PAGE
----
For someone with 19 caps for his country, and one goal, as well as 80 Premier League appearances, Rowland has had opportunities to go into full time coaching.
However, he said the circumstances never aligned for him to move into the professional game.
"A good few years ago Joe Gallen was at QPR and he offered me a route into the full time game with the under-16s," he explained.
"And then Kenny Brown a few years ago asked me if I wanted to come in with the under-18s at Dagenham and Redbridge when they were in the Football League but the academy stuff, I didn't fancy it. It was great to be offered but the time wasn't right."
Having been in coaching and non-league football for more than ten years now, Rowland is very passionate about championing the quality of the players and managers in the part time game.
"The FA needs to look into moving the best people up the ladder," he said.
"When I was at Braintree we had a number of players that could have made it into the Football League. But sometimes because of work or their own circumstances, they just don't want to. It is a big step to take.
"There is nothing better than picking up young players that have been released by professional clubs and getting them back into the Football League. As much as we all aim to win leagues and trophies, you are also looking after young men who dream of playing professional football and if you can help them do that, there is nothing better."
As a player, Rowland started out his professional career at Bournemouth aged 18 under the management of Harry Redknapp.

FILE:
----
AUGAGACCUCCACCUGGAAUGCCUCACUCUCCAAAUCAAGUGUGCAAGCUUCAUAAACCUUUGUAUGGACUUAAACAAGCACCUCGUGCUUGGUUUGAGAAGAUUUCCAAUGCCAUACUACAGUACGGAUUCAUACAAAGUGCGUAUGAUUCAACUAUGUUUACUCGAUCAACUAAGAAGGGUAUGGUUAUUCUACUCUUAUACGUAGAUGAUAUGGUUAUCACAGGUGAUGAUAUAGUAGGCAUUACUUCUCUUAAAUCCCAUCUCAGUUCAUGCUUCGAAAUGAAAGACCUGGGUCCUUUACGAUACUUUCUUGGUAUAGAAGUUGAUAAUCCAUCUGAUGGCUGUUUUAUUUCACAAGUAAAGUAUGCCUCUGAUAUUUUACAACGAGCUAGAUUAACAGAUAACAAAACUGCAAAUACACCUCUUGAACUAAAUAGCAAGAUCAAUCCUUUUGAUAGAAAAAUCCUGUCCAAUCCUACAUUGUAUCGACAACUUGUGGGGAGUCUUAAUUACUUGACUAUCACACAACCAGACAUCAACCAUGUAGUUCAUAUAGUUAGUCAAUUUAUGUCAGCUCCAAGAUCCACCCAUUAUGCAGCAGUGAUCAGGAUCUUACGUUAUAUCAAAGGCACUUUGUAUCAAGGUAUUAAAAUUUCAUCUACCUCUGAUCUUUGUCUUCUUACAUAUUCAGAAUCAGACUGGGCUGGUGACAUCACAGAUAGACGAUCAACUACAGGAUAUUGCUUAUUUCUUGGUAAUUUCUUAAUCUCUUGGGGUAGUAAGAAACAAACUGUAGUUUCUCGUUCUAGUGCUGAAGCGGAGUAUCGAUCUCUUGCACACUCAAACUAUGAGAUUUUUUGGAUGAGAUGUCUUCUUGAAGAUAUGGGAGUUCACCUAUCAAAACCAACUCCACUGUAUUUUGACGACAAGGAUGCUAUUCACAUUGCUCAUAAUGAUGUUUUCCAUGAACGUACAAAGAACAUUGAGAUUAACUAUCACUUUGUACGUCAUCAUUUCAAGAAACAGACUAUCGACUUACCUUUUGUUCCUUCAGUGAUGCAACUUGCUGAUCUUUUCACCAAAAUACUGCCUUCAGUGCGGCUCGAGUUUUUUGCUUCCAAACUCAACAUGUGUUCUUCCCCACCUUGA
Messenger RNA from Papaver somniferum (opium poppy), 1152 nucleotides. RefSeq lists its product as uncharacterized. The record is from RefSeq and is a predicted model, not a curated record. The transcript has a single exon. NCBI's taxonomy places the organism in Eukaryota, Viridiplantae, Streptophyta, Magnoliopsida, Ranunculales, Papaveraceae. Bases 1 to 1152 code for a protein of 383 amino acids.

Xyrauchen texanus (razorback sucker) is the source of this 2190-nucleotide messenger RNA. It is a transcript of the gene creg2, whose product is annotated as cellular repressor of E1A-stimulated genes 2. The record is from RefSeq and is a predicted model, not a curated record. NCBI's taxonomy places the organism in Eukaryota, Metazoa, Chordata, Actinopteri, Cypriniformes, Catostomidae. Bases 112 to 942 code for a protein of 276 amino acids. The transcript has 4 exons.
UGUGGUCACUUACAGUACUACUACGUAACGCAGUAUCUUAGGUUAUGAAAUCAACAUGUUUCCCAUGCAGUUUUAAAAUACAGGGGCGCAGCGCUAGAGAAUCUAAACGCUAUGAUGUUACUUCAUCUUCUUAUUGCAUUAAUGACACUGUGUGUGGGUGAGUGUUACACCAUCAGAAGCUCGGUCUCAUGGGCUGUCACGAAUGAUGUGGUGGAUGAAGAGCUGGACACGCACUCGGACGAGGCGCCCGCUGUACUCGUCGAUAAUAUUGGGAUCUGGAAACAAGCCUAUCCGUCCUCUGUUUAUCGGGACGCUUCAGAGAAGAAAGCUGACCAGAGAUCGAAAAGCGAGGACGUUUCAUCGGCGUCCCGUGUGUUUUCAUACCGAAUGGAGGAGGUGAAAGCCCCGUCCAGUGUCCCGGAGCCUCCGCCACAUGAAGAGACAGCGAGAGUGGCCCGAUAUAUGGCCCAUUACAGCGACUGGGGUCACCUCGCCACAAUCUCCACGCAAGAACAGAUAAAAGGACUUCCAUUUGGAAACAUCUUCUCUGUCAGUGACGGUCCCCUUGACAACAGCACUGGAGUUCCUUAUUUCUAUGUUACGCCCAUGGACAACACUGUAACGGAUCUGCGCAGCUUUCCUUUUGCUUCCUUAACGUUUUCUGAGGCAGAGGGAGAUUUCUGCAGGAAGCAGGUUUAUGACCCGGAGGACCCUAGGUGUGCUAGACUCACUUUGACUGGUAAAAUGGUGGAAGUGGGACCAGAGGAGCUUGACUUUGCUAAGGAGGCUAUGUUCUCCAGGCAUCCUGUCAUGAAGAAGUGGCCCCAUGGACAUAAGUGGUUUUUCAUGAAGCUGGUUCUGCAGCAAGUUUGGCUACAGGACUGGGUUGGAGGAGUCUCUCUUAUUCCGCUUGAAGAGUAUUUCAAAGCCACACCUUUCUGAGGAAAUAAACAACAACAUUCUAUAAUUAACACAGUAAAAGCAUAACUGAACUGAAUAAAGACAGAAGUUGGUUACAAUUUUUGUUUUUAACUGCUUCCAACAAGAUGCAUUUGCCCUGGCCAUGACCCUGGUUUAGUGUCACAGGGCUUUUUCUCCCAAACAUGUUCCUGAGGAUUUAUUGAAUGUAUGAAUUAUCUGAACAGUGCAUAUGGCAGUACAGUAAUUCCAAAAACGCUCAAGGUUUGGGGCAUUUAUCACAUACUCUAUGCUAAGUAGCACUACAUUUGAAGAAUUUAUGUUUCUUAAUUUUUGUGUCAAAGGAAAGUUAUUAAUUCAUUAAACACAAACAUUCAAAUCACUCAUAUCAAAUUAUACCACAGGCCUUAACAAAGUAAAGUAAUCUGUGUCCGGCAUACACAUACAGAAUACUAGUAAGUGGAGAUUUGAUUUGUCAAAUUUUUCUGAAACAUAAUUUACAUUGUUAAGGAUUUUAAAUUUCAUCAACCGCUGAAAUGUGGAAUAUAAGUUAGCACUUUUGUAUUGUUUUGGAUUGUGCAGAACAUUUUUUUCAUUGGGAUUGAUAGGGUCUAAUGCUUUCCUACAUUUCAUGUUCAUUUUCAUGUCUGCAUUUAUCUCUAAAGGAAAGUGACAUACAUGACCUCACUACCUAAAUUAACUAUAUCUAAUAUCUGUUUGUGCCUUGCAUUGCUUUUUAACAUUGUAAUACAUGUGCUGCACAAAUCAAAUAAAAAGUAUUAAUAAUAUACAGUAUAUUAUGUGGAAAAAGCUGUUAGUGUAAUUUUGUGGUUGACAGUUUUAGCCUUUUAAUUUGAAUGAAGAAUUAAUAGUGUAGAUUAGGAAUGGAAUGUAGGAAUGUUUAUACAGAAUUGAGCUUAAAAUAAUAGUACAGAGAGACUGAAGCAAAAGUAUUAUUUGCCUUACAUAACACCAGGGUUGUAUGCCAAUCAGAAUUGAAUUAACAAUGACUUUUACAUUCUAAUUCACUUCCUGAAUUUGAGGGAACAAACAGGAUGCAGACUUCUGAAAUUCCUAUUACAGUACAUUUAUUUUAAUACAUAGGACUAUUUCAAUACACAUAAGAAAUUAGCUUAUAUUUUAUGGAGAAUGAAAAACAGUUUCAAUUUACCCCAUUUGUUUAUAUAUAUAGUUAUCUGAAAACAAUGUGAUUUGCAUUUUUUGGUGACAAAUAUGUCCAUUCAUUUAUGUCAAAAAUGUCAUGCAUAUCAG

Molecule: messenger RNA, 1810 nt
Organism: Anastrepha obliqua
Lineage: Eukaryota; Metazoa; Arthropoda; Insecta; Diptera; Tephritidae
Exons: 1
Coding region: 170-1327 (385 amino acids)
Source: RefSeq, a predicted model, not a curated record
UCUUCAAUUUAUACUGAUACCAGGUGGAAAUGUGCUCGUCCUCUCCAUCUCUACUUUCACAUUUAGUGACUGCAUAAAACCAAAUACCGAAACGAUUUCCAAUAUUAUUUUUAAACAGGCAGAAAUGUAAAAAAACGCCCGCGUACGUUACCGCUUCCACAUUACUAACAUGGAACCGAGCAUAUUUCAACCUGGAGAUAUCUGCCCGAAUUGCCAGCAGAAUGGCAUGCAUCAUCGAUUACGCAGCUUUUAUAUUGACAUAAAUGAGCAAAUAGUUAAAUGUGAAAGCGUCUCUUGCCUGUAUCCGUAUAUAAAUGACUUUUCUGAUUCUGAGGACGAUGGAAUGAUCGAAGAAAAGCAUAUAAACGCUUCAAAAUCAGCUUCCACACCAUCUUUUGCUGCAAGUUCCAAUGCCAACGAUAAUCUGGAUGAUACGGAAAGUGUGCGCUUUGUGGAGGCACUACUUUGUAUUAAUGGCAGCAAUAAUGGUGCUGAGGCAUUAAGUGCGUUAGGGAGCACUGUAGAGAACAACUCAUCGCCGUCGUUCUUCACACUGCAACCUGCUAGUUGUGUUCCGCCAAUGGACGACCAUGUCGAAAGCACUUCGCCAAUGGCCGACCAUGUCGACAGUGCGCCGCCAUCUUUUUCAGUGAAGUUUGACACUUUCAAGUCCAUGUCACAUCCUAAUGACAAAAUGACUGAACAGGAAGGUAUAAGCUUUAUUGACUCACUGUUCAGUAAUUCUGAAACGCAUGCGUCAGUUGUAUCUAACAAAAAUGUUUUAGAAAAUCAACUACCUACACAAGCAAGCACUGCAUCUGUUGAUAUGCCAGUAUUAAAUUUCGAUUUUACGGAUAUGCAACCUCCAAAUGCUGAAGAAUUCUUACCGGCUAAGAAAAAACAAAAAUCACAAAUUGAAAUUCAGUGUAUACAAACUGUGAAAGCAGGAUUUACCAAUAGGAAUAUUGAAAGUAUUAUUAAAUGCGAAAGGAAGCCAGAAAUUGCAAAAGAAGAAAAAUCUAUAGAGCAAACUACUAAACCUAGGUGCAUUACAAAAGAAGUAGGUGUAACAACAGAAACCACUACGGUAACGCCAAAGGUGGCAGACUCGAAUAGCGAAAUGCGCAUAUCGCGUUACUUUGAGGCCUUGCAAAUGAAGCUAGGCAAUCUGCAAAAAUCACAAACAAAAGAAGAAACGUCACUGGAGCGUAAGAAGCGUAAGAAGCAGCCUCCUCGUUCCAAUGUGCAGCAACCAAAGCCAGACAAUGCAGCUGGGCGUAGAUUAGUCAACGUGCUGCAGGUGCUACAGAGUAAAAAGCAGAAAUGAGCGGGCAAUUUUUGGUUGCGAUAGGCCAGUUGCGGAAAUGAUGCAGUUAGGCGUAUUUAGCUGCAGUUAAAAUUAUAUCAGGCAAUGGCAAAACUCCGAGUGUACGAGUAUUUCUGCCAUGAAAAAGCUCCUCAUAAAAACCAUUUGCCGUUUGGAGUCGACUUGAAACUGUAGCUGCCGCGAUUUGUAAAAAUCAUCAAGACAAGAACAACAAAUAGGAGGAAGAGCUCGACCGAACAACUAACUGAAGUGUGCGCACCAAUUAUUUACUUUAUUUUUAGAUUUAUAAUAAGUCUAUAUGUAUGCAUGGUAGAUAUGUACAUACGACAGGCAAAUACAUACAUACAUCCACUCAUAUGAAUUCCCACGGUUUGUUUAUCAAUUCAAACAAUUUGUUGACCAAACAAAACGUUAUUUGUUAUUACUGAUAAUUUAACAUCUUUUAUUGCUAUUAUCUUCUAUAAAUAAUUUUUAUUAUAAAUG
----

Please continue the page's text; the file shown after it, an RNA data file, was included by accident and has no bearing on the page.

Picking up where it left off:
By the end of his career, Rowland had worked under Redknapp for a total of ten years at two different clubs, and it is clear he has a great deal of admiration for what Redknapp achieved.
"Those first few seasons when I was breaking through at Bournemouth, Harry was brilliant for me," he said.
"He came over and signed me, despite Bournemouth having no real scouting network. We would have the odd argument, but Harry was good to work for because he wanted to play the right way.
"There is talk about the West Ham way, but that is what Harry liked. Getting the ball on the deck and playing through the pitch, always going forward. As a full back, going forward was the best part of my game and Harry always encouraged me and pushed me. People don't realise how good a technical coach he was, he wasn't just a manager."
Bournemouth were relegated to Division 3 during Rowland's first season at the club, but are now sat in mid-table in the Premier League as they embark on their fourth successive season in the top flight.
A few years back this would have seemed impossible and Rowland has been so impressed with the way the club has developed and grown in recent years.
"The club was obviously so close to going out of the Football League and that would have been a disaster and Eddie Howe has come in and just done a terrific job," Rowland explained.